Many children have negative feelings, based on past experience and fearful imaginings, about seeing a doctor. If your child is afraid of doctors, you might be tempted to keep an appointment from him; you may even consider starting out for the office without letting him know where you both are going.
Although this may seem like a good way to keep your child from getting upset, deceiving him is a mistake. You deprive him of time to prepare for the visit, and you may increase his fear. He might believe that you didn’t tell him about the appointment because there was something to be afraid of. It’s always better to let your child know in advance about an office visit.
If your child is under two years old, you may have a difficult time preparing him for the appointment. A child this young, who won’t fully understand the reasons for his visit, may enter the doctor’s office calmly and then cry or feel anxious when he goes into the examining room. Many parts of a standard checkup are uncomfortable: the child gags as his throat is checked, he feels momentary pain during blood tests and inoculations, he’s measured and tested with cold instruments. No matter how well-mannered the physician is, the examination can be an unpleasant and therefore fearful experience.
During an examination, you can offer comfort and reassurance to your child: “I’m right here beside you,” “I know you don’t like to have your ears checked,” or “The doctor’s almost done.” But such words may not relieve your child’s anxiety, especially when, as sometimes happens, you’re physically restraining him so the doctor can continue the examination. Sometimes a child in this situation will feel comforted if his toy or blanket is nearby.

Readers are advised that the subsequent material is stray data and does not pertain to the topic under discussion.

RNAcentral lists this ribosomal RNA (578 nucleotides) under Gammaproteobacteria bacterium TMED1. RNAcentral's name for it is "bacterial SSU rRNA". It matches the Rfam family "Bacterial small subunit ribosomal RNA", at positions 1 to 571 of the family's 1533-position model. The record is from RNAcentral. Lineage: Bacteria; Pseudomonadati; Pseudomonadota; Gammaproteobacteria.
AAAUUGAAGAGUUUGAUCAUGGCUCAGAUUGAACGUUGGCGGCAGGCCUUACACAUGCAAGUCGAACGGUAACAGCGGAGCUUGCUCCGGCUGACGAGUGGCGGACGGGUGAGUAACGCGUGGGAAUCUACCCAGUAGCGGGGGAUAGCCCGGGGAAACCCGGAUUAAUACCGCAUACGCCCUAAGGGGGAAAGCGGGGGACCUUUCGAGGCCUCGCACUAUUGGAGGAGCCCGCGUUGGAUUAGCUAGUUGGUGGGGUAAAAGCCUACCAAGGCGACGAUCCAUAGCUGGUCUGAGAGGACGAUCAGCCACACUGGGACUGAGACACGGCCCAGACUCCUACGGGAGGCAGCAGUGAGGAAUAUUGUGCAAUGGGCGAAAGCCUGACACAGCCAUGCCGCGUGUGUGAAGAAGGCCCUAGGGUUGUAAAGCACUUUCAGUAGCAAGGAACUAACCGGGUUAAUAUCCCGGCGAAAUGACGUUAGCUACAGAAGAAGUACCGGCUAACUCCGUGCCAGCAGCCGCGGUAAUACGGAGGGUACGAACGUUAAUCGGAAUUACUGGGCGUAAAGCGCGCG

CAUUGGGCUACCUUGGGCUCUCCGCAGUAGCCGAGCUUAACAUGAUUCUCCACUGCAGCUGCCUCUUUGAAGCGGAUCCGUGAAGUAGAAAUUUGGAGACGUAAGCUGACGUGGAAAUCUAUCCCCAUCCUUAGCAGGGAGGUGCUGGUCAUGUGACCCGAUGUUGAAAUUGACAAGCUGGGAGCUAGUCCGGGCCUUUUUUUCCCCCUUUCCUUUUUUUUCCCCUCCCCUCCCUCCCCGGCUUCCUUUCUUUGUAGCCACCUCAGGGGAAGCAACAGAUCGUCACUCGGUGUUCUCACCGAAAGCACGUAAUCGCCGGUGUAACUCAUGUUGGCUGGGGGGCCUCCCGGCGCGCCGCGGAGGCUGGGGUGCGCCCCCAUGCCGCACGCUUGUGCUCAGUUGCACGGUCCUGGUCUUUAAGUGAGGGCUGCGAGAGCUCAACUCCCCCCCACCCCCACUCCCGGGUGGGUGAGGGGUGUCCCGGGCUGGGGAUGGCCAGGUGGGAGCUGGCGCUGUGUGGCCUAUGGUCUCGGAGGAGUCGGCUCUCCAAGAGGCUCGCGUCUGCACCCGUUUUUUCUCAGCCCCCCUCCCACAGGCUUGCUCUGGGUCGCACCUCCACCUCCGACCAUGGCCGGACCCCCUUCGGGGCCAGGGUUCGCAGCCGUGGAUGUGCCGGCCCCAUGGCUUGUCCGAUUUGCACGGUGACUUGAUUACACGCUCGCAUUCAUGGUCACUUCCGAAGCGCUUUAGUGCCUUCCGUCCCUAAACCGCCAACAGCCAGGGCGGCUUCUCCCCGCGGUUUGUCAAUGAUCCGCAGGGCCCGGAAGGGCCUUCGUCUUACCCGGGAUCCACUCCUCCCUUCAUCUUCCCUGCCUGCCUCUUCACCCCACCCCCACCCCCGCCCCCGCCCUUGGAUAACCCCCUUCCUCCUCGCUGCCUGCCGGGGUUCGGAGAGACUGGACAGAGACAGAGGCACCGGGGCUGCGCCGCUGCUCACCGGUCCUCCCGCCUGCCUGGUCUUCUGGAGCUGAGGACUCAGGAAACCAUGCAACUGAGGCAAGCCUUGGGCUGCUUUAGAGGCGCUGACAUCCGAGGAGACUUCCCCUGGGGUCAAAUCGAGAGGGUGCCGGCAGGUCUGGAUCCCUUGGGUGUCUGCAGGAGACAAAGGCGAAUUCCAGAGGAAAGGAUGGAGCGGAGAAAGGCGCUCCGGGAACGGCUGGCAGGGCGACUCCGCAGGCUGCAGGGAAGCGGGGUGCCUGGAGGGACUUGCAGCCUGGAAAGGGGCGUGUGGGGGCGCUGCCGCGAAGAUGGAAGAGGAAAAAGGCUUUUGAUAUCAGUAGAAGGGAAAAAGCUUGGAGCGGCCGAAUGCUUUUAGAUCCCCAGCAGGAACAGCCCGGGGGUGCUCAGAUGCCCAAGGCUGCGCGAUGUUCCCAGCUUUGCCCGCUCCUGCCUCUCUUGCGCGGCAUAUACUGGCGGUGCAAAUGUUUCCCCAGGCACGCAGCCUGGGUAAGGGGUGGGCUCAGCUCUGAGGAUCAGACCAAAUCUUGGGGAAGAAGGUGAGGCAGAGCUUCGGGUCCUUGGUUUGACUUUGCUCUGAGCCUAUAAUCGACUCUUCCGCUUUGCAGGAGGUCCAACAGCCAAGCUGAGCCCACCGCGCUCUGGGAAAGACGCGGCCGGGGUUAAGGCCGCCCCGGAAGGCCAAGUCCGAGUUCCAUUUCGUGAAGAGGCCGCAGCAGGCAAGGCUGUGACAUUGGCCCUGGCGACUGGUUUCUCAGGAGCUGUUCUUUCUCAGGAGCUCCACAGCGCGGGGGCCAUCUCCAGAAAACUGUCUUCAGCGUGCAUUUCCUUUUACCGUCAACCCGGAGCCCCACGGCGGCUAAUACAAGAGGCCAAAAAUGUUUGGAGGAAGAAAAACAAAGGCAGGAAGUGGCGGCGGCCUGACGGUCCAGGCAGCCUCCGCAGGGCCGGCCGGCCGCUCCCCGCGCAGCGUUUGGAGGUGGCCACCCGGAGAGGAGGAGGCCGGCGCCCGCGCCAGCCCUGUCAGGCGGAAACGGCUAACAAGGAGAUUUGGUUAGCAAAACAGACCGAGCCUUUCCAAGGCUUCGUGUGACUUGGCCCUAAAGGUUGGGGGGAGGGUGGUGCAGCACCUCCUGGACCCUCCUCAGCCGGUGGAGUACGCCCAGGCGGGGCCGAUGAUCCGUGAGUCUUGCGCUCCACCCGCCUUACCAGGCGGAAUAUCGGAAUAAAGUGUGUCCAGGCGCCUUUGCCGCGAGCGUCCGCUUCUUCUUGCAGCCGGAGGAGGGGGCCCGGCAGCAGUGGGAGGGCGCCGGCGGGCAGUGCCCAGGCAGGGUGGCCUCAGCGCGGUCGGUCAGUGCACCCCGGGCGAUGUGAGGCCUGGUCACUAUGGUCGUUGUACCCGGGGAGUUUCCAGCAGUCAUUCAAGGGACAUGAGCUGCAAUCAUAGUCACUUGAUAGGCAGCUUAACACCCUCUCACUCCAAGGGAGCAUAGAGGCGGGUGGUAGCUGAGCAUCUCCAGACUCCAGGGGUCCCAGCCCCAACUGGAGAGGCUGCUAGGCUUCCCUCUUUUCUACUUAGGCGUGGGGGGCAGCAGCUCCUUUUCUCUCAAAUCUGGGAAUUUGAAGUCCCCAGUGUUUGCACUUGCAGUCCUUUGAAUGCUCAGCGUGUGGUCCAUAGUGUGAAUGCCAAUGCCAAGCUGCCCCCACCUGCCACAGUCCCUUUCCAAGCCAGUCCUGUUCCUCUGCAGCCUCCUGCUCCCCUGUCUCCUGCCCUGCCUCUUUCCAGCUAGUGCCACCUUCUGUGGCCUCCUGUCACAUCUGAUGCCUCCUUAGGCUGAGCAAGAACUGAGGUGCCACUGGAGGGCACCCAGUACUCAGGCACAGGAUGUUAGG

You’ll be more successful preparing your child if he’s between three and five years old. He’ll be better able to understand what happens during an exam and to verbalize some of his anxieties. Talk ahead of time about the appointment. Tell him briefly about the procedures, the instruments the doctor will use, the toys in the waiting room, and the setup of the examining rooms, but try to present this information in a way that won’t frighten him: “Do you remember the table in the examining room? I can read you a story while you sit up there and wait for the doctor.” “There are cups in the room so you can get a drink of water.” If an injection is scheduled, say, “Your shot might hurt, but only for a minute.”
When your child expresses his fears, accept them; don’t pressure him to “be brave” or “be good.” When he knows that he can say “ouch” or cry, he may feel less upset about getting an injection or having his ears and throat checked.
He may tell you he doesn’t want to take his clothes off in the doctor’s office. This is a common worry for children four to five years old. Let him know he may have to undress, but talk to your doctor about the situation. Many pediatricians will accommodate a modest child.
Your child may relieve some of his own anxiety about appointments by playing doctor. When he takes the role of doctor, he’s in control as he re-experiences some of the uncomfortable and frightening things that have happened to him. Children usually play doctor by using a toy stethoscope, giving pretend injections, and using bandages.
When your child plays doctor with a friend, they may undress and examine each other. This is a common, innocent occurrence. Set limits about keeping clothes on, but don’t make your child feel ashamed for playing this way.
No matter how well you prepare your child for a doctor’s appointment, he may remain anxious and afraid. Some children are just more worried than others about appointments and doctors. As long as he’s fearful, the best you can do is accept his feelings, give him honest information about what to expect, and offer him reassurance: “The doctor is going to help you feel better.”